Archive for March 2018

1 Second a Day – March 2018

March 31, 2018

I am continuing to work on my 1SE app that puts 1 or  2 images per day into a movie. This is my effort for March 2018. Enjoy.

Surgery part 2

March 31, 2018

Surgery all done. Woke up where was put to sleep. Surgeon said it was successful. Not much pain. Not sure if due to really good surgeon or really good drugs. Maybe both. Truth be told, I’m getting I twinge of pain on my neck

The plan is to keep me over until tomorrow. Then remove some of the drains. Paula will pick me up. No driving yet.

So they brought me some alleged hospital food. Hospital food still sucks.

Watching Dodger Giants game on the TV. 8th inning no score.

Oops. Top of ninth, SF hits solo shot. Bottom of ninth , two strikeouts and pop up behind home plate. That’s the ball game. LA 0 and 2 so far.

One more thing, cell coverage and WiFi at Kaiser sucks.

TTFN

Joe

Why Blog?

March 29, 2018

The time has come to answer the question “why blog?”. I have been writing this blog now for about six years. Here I go. In March, I turned 70.

I started the blog back in the spring of 2012. My wife Paula and I had made the decision to sell our house in Billerica, MA and move to San Pedro, CA to live with Paula’s aging  mother. At the time, we had lived in the house for 30 plus years. Moving across the country was not going to be easy. Thus the name of the blog became “Cal-here-we-come”

So, what do I write about? Blogging gives me the opportunity to document the things that are going on in our lives. So I write about Mary and the the trials and tribulations of elder care. I write about our travels. In 2012, I wrote about our trip to Ireland. I write about books I’ve read and movies we’ve seen.

Paula’s mother had her 94th birthday back in January. Back in 2012, she was living alone. Paula’s Dad had died in 2009. Paula is an only child, so there was nobody else to step up to the plate to watch over Mary. We were beginning to hear stories of occasional falls and trips to the ER. Nothing very serious but it was establishing a trend.

She has been living in a 3 bedroom condo since about 2010. There was plenty of room for us.

Another factor that helped in our decision was that one of our sons lives in the area along with our two very cute grand children. We have another son who lives in Salt Lake City. If our sons were still living in MA, we would have flown out to San Pedro, packed Mary up and moved back to MA. But they live out here now, so we are too.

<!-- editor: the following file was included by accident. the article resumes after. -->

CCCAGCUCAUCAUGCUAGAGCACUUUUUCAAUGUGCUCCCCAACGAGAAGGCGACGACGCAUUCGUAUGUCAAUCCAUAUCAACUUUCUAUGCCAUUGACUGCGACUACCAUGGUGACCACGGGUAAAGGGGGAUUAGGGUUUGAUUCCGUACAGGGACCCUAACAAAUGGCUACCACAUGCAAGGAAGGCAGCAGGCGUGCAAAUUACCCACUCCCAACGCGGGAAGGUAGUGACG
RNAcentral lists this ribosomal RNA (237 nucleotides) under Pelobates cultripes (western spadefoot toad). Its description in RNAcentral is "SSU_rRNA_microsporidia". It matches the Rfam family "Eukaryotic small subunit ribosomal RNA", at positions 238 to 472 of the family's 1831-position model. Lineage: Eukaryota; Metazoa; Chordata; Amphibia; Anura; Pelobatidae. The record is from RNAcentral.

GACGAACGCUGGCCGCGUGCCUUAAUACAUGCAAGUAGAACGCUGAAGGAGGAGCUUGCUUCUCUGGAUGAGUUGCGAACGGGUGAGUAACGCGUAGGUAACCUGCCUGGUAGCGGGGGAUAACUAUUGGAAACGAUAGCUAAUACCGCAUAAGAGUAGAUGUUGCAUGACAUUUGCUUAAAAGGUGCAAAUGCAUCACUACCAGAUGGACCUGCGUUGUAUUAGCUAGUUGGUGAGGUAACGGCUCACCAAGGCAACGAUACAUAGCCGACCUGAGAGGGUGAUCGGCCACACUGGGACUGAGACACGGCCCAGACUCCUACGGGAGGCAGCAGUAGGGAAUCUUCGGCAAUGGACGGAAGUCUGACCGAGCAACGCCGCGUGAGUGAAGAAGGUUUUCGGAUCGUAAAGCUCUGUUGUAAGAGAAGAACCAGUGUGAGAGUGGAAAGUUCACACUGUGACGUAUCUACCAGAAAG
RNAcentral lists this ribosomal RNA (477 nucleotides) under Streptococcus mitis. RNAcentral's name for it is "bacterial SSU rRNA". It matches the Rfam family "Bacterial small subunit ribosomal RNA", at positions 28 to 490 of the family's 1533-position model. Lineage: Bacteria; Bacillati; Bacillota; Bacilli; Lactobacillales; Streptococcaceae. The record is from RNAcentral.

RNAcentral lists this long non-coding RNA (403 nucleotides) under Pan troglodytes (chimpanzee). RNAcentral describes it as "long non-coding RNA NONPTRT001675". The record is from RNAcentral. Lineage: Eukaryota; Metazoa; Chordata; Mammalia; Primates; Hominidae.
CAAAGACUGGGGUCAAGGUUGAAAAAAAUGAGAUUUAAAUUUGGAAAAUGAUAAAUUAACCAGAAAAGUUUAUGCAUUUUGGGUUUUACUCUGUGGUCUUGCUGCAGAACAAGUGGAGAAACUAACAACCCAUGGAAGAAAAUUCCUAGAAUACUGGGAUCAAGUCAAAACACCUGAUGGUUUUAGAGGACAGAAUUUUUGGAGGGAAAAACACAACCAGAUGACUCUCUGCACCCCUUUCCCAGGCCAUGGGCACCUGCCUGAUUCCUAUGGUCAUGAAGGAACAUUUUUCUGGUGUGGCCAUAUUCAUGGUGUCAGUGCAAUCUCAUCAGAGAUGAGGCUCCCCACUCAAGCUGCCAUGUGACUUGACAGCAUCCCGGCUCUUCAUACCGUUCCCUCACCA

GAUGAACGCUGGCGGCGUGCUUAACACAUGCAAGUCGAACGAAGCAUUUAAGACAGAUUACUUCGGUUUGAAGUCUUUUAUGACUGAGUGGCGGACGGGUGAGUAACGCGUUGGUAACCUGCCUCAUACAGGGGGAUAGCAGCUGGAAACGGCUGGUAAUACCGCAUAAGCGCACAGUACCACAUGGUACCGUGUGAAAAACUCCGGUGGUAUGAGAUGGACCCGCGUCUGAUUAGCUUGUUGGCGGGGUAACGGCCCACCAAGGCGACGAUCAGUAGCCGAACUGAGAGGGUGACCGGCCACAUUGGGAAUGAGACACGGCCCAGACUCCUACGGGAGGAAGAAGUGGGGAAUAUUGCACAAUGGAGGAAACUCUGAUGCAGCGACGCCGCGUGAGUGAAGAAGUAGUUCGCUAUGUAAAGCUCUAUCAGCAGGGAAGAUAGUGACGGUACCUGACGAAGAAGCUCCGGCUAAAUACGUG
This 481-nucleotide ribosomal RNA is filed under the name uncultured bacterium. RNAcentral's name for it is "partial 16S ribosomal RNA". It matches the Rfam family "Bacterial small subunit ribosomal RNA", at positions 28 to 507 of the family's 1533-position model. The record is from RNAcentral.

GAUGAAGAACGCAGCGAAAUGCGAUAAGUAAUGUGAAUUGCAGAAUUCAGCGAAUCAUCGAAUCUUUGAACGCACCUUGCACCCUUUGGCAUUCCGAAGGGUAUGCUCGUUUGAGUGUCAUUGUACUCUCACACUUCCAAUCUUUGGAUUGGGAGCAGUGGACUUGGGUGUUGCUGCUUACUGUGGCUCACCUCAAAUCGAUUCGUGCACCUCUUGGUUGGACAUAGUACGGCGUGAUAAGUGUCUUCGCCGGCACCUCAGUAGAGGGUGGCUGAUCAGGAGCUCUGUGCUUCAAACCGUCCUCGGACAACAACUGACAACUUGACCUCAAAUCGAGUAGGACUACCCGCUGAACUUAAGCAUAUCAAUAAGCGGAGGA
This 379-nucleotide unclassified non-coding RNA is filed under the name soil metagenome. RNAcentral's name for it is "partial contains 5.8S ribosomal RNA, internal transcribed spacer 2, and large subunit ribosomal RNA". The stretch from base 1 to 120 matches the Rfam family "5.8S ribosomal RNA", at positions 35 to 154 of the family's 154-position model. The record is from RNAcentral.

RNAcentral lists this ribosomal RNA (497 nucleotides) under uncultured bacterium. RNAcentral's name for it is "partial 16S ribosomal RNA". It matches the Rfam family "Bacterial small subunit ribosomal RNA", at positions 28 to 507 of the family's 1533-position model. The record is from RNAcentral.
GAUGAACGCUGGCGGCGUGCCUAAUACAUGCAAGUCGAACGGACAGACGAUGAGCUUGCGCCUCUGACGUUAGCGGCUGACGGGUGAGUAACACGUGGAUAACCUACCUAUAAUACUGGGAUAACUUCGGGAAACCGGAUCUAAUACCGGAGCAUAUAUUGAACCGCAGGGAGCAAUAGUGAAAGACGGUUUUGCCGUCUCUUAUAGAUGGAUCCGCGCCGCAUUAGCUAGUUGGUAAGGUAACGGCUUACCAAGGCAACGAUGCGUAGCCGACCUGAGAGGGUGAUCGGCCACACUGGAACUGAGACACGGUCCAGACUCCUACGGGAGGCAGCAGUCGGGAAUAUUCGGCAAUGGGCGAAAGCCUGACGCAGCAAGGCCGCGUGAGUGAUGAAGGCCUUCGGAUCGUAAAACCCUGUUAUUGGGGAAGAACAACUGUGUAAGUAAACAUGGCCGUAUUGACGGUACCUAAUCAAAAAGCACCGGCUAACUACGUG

In 2011, Paula had been out to visit about three or four times. I couldn’t go, because I was working as an IT contractor at IBM. No work, no pay. We had a mortgage to pay. After each trip, she came back with more stories of woe.

So on April 1, 2012 our house of thirty years went on the market. We were lucky, we had an offer in 10 days. It happened a lot faster than we expected. So Paula and I both gave our notice to our jobs. Then we both filed for Social Security. They say that the three most import rules of real estate are location, location, location. In our case, selling our house, it was timing, timing, timing.

Closing was set for June 21, 2012. Time to start selling furniture and making arrangements to ship the small amount of stuff we were going to send to California.

We spent two weeks in July of 2012 touring Ireland. Finally, we shipped a few more boxes of stuff to LA and then on August 2 we hit road for LA.

Surgery

March 29, 2018

I struggled on whether or not to write this post. And finally, I decided that I should write it. This blog post is the easiest way to let everyone know what’s happening

I will be going under the knife on Friday to have a mass removed from my left parotid gland in my mouth.Inked2018-03-27 10.59.56_LI If you’re anything like me, you said what the heck is a “parotid gland”? Click here for the wikipedia entry. I first felt the lump about six weeks ago. Here’s a model that somehow lost all its skin. I marked the gland in yellow. BTW, this where all of your saliva comes from.

Then came the visit to my personal care doc, then the head and neck surgeon, then CT scan, back to the surgeon. Finally, schedule the surgery and then jump through all of the pre-op hoops. It moved pretty quick considering.

In talking with the surgeon, we discovered he had some Massachusetts links. He went to Harvard and one son is at BU and another son at Berklee School of Music.

So to add to the mix, we have to find someone to watch over Mary. We have one of our regular sitters who will come over on Friday. My doctor said I will probably be in the hospital over night with discharge on Saturday.

So at one of my visits to the surgeon a few days ago, he did a needle biopsy. He said results were inconclusive. The wiki article says most of these things are benign. That being said, Doctor said he wanted to get it out ASAP.

So please keep me in your thoughts and prayers.